Caleb Truax Plans To Stay Active, Ready For Big Names
By Ben Jacobs
The middleweight division is currently one of boxing’s more interesting weight categories, not least with the emergence of Gennady Golovkin as one of the sport’s most exciting performers. Minnesota’s Caleb Truax has quietly been going about his business and is coming off a stunning 6th round knockout of solid contender Donovan George which has launched him into the consciousness of hardcore boxing fans.
Speaking to BoxingScene prior to an afternoon training session, the articulate Truax reflected back on that big win.
“I wasn’t surprised but I didn’t expect to get him out of there in six rounds, I expected it to go the full ten and I was ready for it to be the toughest fight of my career.
“I hurt him right away in the first round and almost stopped him. Looking back I’m glad I didn’t because people would have thought it was just a fluke knockout type deal. After the first round I pretty much dominated the whole fight and was in complete control.”
The 29-year-old has fought the majority of his career in his home state which has seen him build a good local following. However, he now feels that the boxing public at large will have taken note of his talent, particularly following his most recent performance.
“Coming from Minnesota you don’t get too much attention here. It’s a small market in terms of fighters, but my promoter and manager did a good job of finding me opponents that would help me get better along the way and fighting solid guys who were a step up in competition.
“I think now people are taking notice of the hard work I’ve put in and the good job my team has done. Now I’ve seen pretty much every style, quick guys, tall guys, big punchers, left handed fighters. I’ve just started to break through on the national scene and people are taking notice, and I’m gonna be here for a while.”
Early in his career Truax beat Welsh fighter Kerry Hope who recently suffered a KO loss to Darren Barker, the man who will be hoping to dethrone Daniel Geale when they battle for the IBF title on August 17. Would Caleb be interested in fighting another British or Irish boxer?
“I’d love to get in there with [Matthew] Macklin, there was talk with it with his promoter Lou DiBella a while back. All of those British middleweights like Barker and [Martin] Murray are world-class fighters and I’d like to think I’m on that level and can see myself in there with any one of those guys.”
Truax returns to action on September 21 when he will face fellow Minnesota resident Cerresso Fort. The two men have a history having fought in the amateurs and it is a battle that Caleb is relishing.
“I know everything there is to know about him. I’ve seen most of his fights. He has fought on my undercard five or six times.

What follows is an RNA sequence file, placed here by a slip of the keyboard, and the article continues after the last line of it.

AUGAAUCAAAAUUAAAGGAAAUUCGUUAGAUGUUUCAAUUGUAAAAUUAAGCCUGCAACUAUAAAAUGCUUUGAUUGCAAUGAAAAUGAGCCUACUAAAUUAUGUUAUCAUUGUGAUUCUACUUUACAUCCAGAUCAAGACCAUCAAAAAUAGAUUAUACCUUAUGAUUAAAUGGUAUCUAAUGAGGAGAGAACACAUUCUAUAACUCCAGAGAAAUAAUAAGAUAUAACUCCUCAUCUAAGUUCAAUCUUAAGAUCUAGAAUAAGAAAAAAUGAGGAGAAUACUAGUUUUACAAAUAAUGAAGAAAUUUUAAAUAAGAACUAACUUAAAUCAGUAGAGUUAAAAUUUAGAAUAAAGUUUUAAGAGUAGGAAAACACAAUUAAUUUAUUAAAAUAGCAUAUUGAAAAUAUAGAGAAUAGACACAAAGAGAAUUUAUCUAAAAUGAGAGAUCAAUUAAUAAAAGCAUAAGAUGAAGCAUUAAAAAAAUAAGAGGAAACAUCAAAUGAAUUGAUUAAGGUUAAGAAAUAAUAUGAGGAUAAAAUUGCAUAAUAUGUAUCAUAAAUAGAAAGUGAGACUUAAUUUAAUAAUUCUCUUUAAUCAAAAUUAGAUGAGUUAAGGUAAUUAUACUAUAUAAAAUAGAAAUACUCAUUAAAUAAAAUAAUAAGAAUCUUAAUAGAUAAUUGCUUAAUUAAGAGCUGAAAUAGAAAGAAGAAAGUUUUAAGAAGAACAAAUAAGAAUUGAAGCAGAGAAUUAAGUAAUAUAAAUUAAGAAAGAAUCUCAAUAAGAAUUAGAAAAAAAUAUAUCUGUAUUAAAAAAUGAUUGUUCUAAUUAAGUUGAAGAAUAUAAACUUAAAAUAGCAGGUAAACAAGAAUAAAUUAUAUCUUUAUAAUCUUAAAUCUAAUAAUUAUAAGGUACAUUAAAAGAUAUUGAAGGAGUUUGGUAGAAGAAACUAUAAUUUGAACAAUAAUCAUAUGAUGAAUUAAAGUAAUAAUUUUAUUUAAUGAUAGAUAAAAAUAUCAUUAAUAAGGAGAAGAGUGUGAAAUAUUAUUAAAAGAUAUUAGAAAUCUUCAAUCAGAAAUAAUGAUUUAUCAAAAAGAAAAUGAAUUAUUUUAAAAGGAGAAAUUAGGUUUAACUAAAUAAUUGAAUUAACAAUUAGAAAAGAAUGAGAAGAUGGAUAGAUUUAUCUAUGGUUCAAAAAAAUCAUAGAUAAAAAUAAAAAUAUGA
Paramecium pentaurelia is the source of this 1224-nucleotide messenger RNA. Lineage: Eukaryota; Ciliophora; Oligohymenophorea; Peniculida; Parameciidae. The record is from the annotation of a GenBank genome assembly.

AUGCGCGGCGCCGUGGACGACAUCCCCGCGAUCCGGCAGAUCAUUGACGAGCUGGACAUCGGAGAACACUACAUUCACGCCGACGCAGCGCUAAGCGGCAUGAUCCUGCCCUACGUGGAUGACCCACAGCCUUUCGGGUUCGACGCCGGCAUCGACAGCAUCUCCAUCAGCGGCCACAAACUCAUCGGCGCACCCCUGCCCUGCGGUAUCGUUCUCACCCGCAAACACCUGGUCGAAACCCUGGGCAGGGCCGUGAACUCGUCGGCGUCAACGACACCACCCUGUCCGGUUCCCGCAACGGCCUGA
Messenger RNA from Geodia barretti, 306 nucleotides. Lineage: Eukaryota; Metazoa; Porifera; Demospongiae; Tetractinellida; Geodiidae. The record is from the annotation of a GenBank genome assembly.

“We were looking for an opponent and then this guy called my promoter out of the blue and said he wanted to fight me. He has called me out before and we offered him more money than he should have got, and ultimately he backed down.
“He’s a good local fighter but he’s not on the same level as I am as far as technique or skill. I’m not sure what he’s thinking trying to get in the ring with me but he’s in for a rude awakening come September 21.
“He actually beat me in the amateurs. I had around 30 amateur fights and he had over 100. He beat me on points so there’s definitely a local grudge match angle to this fight and a lot of my friends know his friends, so there’s trash talk going back and forth.”
The biggest name that Truax has faced thus far in his career is former undisputed champion Jermain Taylor. Although he lost the bout on the cards, Truax did manage to floor Taylor with a big right hand in the 9th round.
“It was closer than the cards had it but he deserved to win because I wasn’t active enough,” he admitted.
“Before that fight I hadn’t fought for 11 months cause of some promotional stuff. It showed in the fight, I was a little rusty starting off. I had never been on that level before on television or against a guy of that caliber.
“I learnt so much from that loss and it made me a better fighter. It might have been worse for me had I won cause I might have ended up fighting a guy I wasn’t ready for, but because I lost, I went back and worked on things and I’m a way better fighter, and that has showed.
“I’d love a rematch. It still pisses me off when someone brings it up in a conversation.
“When I walk in the gym we have a picture of when I knocked him down. Every day I want to tear it down and throw it in the trash. It still burns, and that’s a good thing, it drives me to be better. I don’t know what the course of his career is taking but if it presents itself I’ll take a rematch.
“I guarantee if he goes down on the canvas he isn’t getting up next time.”
In the modern era many fighters tend to have long periods of inactivity. Indeed, most of the sports’ top names only compete once or twice a year, but regular fights seem to be of key importance to Truax who has already fought twice in 2013 and competed three times in 2012.
“I like to fight as much as possible, kind of like a throwback to the old school.
“I’ll fight in September, then if everything goes well I’ll be back in November and then again in January, so staying active is definitely key to staying sharp and improving, and it’s not bad for the checkbook either!”